10 world trends from The Economist’s Tom Standage
From artificial intelligence to the Middle East, 2024 promises changes and challenges.
War in the Middle East, stalemate in Ukraine and a new cold war: the forecast for 2024 doesn’t look too sunny, at least from the perspective of Tom Standage, deputy editor of The Economist.
Like every year, the magazine has launched The World Ahead, its overview of key trends going forward. And Standage came to IESE’s Madrid campus in person to discuss them at a session with Professor Juan Jose Toribio.
Drawing from journalists, The Economist Intelligence Unit, and editors in politics, business, science and the arts, Standage talks us through 10 emerging stories that we can expect to be crucial in 2024.
1. Democracy run amokIn 2024, 4.2 billion people - more than half the global population - will vote in elections. But, Standage asserts, “there’s more to democracy than voting.” From elections that are foregone conclusions, such as Putin’s reelection in Russia, to wobbly democracies like India, where press freedom is limited, many voters don’t have much chance to change those in charge.
2. A local election with international ramificationsOf all the elections in 2024, most eyes will be turned to see who becomes president of the United States in November. Can Biden cling on? Will Trump return? The U.S. is itself designated as a somewhat rickety democracy, according to the EIU Democracy Index, and the outcome is likely to be decided by mere tens of thousands of voters in a few swing states. To some extent, Vladimir Putin’s future will be decided in U.S. elections, rather than in Russia.
3. Europe and the fate of UkraineThe 2023 counteroffensive didn’t go as well as hoped, the conflict has become a war of attrition, and a change of government in the U.S. could mean an end to American support. It’s time for Europe to step up, asserts Standage. That means industrial mobilisation - learning how to make many things again, including weapons - and providing financial support to Ukraine.
4. The Middle East on the brink of wider violenceThe world can no longer ignore the plight of Palestinians. Beyond that, two big questions remain: What happens after the Israeli offensive comes to an end? And are the Abraham Accords, which attempted to normalise relations between Israel and various Arab powers, permanently on ice? Although an estimated 1,200 Israelis and around 25,000 Palestinians are dead (as of January 2024) and the conflict has already spread to the Red Sea and beyond, there may be a small ray of hope in renewed calls for a two-state solution.
5. Multipolar disorderThough most eyes are on the Middle East and Ukraine, the disorder is global. This is yet another sign that the unipolar world order is over. The United States is no longer the only big kid on the block; in fact, the U.S. is looking increasingly distracted. Russia is also overstretched. Smaller powers are taking this as a green light to make a move - Venezuela, for example, and its threat to annex the Essequibo region of neighbouring Guyana. For the past 30 years, much of the world has been having a “holiday from history.” We now need to prepare for an era of more conflict, not less.
6. Cold weather aheadA key potential geopolitical conflict is China’s intentions toward Taiwan. With the U.S. overstretched while also trying to limit China’s access to Taiwan-made chips, will China make a move soon? Rhetoric is ramping up on both sides. We’re entering a new cold war but with a difference: trade continues. Companies trying to reduce their supply chains’ dependence on China will find it difficult, since even factories located in third countries, like Vietnam or India, still rely on Chinese-made parts.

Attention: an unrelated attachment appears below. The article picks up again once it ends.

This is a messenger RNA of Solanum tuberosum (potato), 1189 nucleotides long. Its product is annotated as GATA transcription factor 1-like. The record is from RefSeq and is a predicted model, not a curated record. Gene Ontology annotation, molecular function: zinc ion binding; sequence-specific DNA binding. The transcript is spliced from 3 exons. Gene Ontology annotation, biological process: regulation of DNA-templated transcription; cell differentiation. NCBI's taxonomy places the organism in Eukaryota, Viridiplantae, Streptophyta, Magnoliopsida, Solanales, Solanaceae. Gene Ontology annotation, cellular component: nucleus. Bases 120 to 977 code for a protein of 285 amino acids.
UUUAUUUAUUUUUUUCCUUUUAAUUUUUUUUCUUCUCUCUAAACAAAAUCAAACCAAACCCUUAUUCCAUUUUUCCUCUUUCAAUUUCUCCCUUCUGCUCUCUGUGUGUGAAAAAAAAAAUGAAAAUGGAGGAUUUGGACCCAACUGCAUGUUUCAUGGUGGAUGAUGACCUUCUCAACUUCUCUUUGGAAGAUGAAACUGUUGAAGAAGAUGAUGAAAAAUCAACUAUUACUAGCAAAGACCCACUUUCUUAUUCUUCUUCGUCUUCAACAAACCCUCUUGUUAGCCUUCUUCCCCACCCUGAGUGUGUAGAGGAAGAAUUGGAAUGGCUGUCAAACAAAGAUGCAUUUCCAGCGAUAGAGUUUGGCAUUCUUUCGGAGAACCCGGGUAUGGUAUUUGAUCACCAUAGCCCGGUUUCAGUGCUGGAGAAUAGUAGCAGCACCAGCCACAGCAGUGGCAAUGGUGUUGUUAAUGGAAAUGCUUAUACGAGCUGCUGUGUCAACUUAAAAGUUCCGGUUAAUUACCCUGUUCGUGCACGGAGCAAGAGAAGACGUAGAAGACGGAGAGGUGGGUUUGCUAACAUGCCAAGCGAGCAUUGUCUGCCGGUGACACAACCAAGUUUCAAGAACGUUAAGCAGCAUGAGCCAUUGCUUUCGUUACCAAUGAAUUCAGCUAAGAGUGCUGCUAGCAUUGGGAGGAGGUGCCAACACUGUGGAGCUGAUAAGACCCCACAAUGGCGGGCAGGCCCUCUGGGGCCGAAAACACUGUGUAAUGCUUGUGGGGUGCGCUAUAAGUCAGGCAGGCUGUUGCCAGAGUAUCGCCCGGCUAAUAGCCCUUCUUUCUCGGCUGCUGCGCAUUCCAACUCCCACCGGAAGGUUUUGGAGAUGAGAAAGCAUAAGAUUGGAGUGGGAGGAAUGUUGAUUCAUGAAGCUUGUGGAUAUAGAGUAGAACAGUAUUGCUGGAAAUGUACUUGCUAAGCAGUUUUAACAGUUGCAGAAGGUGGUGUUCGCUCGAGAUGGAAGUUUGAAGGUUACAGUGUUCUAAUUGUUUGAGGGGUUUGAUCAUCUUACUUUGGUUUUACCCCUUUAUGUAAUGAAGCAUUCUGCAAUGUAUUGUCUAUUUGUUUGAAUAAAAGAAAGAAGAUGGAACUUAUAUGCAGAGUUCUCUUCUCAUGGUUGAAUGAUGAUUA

7. Middle economies transformed by green energyThe attempt to transition away from fossil fuels is redrawing the energy map and giving new prominence to countries that can supply lithium, nickel, cobalt and copper. These new hotspots include Australia, Chile, Indonesia, New Caledonia and Zimbabwe.
8. Economic pain is still on the agendaAlthough the predicted recessions in the U.S., EU and U.K. were largely avoided in 2023, it would be a mistake to say the road to recovery is clear. Interest rates have remained high for longer than expected, which is painful for both companies and consumers. In the U.S., a commercial property crisis may be unfolding in slow motion, which could have major repercussions on small and medium-sized banks. China, meanwhile, will have to navigate deflation.
9. AI will be widely deployedWithout a doubt, one of the most-discussed phenomena of 2023 was the arrival of generative AI. But many companies spent the year testing how to integrate it into their products. Now, 2024 is likely to be the year when those products are widely deployed, and there will be both successes and (perhaps spectacular) failures. As a consequence, regulators will be stepping in. Standage also insists that we need to move on from the “killer robot” debate to discuss the more realistic risks of AI: unreliability, discrimination and bias.
10. Moments of joy?Frankly, it’s not looking good. That being said, the Paris Summer Olympics may offer some respite from the doom and gloom. The planned U.S. space mission had the potential to be inspiring, sending a diverse group out of low Earth orbit for the first time, but it has now been pushed back to 2025. Will it be making Trump look good? Regardless of who is in the White House, a space mission now will be a reminder of the Space Race of the previous Cold War, with the U.S. looking for a stage to show off its technological superiority.
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